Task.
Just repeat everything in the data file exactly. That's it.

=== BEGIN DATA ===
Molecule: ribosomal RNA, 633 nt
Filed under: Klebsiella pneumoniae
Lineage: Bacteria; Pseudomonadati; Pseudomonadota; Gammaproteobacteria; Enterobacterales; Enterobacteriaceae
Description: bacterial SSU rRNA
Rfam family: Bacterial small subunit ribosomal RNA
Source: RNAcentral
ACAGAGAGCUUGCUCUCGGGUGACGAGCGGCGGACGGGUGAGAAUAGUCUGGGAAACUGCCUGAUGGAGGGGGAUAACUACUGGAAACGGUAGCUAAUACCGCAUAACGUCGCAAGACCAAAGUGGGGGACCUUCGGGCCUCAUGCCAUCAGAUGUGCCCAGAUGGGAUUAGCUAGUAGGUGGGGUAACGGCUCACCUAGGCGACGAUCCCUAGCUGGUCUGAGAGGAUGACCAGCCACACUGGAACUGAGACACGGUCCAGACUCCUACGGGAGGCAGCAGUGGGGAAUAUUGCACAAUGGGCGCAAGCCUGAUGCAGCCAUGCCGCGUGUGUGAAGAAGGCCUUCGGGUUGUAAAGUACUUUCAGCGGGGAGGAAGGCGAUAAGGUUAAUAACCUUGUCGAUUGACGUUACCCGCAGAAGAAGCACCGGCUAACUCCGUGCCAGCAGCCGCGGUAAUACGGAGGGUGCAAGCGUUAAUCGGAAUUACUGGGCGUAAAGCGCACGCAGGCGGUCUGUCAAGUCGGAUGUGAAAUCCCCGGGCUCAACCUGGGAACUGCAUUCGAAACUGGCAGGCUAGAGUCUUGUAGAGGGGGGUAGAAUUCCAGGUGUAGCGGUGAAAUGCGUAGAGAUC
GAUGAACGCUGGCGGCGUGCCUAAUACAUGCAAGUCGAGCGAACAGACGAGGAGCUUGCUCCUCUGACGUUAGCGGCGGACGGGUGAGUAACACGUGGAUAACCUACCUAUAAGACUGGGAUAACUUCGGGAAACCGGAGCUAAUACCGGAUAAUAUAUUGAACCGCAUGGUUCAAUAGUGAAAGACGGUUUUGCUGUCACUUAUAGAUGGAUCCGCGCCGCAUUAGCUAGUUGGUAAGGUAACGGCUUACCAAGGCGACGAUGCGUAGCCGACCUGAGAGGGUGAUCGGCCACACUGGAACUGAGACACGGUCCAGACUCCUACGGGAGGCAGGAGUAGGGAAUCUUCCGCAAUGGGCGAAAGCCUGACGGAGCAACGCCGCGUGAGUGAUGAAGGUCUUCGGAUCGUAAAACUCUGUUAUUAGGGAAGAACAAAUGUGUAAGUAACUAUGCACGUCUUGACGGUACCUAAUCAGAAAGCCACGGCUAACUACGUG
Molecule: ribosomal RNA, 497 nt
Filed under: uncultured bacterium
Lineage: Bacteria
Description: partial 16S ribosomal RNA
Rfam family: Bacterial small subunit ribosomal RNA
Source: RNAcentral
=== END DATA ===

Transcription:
Molecule: ribosomal RNA, 633 nt
Filed under: Klebsiella pneumoniae
Lineage: Bacteria; Pseudomonadati; Pseudomonadota; Gammaproteobacteria; Enterobacterales; Enterobacteriaceae
Description: bacterial SSU rRNA
Rfam family: Bacterial small subunit ribosomal RNA
Source: RNAcentral
ACAGAGAGCUUGCUCUCGGGUGACGAGCGGCGGACGGGUGAGAAUAGUCUGGGAAACUGCCUGAUGGAGGGGGAUAACUACUGGAAACGGUAGCUAAUACCGCAUAACGUCGCAAGACCAAAGUGGGGGACCUUCGGGCCUCAUGCCAUCAGAUGUGCCCAGAUGGGAUUAGCUAGUAGGUGGGGUAACGGCUCACCUAGGCGACGAUCCCUAGCUGGUCUGAGAGGAUGACCAGCCACACUGGAACUGAGACACGGUCCAGACUCCUACGGGAGGCAGCAGUGGGGAAUAUUGCACAAUGGGCGCAAGCCUGAUGCAGCCAUGCCGCGUGUGUGAAGAAGGCCUUCGGGUUGUAAAGUACUUUCAGCGGGGAGGAAGGCGAUAAGGUUAAUAACCUUGUCGAUUGACGUUACCCGCAGAAGAAGCACCGGCUAACUCCGUGCCAGCAGCCGCGGUAAUACGGAGGGUGCAAGCGUUAAUCGGAAUUACUGGGCGUAAAGCGCACGCAGGCGGUCUGUCAAGUCGGAUGUGAAAUCCCCGGGCUCAACCUGGGAACUGCAUUCGAAACUGGCAGGCUAGAGUCUUGUAGAGGGGGGUAGAAUUCCAGGUGUAGCGGUGAAAUGCGUAGAGAUC
GAUGAACGCUGGCGGCGUGCCUAAUACAUGCAAGUCGAGCGAACAGACGAGGAGCUUGCUCCUCUGACGUUAGCGGCGGACGGGUGAGUAACACGUGGAUAACCUACCUAUAAGACUGGGAUAACUUCGGGAAACCGGAGCUAAUACCGGAUAAUAUAUUGAACCGCAUGGUUCAAUAGUGAAAGACGGUUUUGCUGUCACUUAUAGAUGGAUCCGCGCCGCAUUAGCUAGUUGGUAAGGUAACGGCUUACCAAGGCGACGAUGCGUAGCCGACCUGAGAGGGUGAUCGGCCACACUGGAACUGAGACACGGUCCAGACUCCUACGGGAGGCAGGAGUAGGGAAUCUUCCGCAAUGGGCGAAAGCCUGACGGAGCAACGCCGCGUGAGUGAUGAAGGUCUUCGGAUCGUAAAACUCUGUUAUUAGGGAAGAACAAAUGUGUAAGUAACUAUGCACGUCUUGACGGUACCUAAUCAGAAAGCCACGGCUAACUACGUG
Molecule: ribosomal RNA, 497 nt
Filed under: uncultured bacterium
Lineage: Bacteria
Description: partial 16S ribosomal RNA
Rfam family: Bacterial small subunit ribosomal RNA
Source: RNAcentral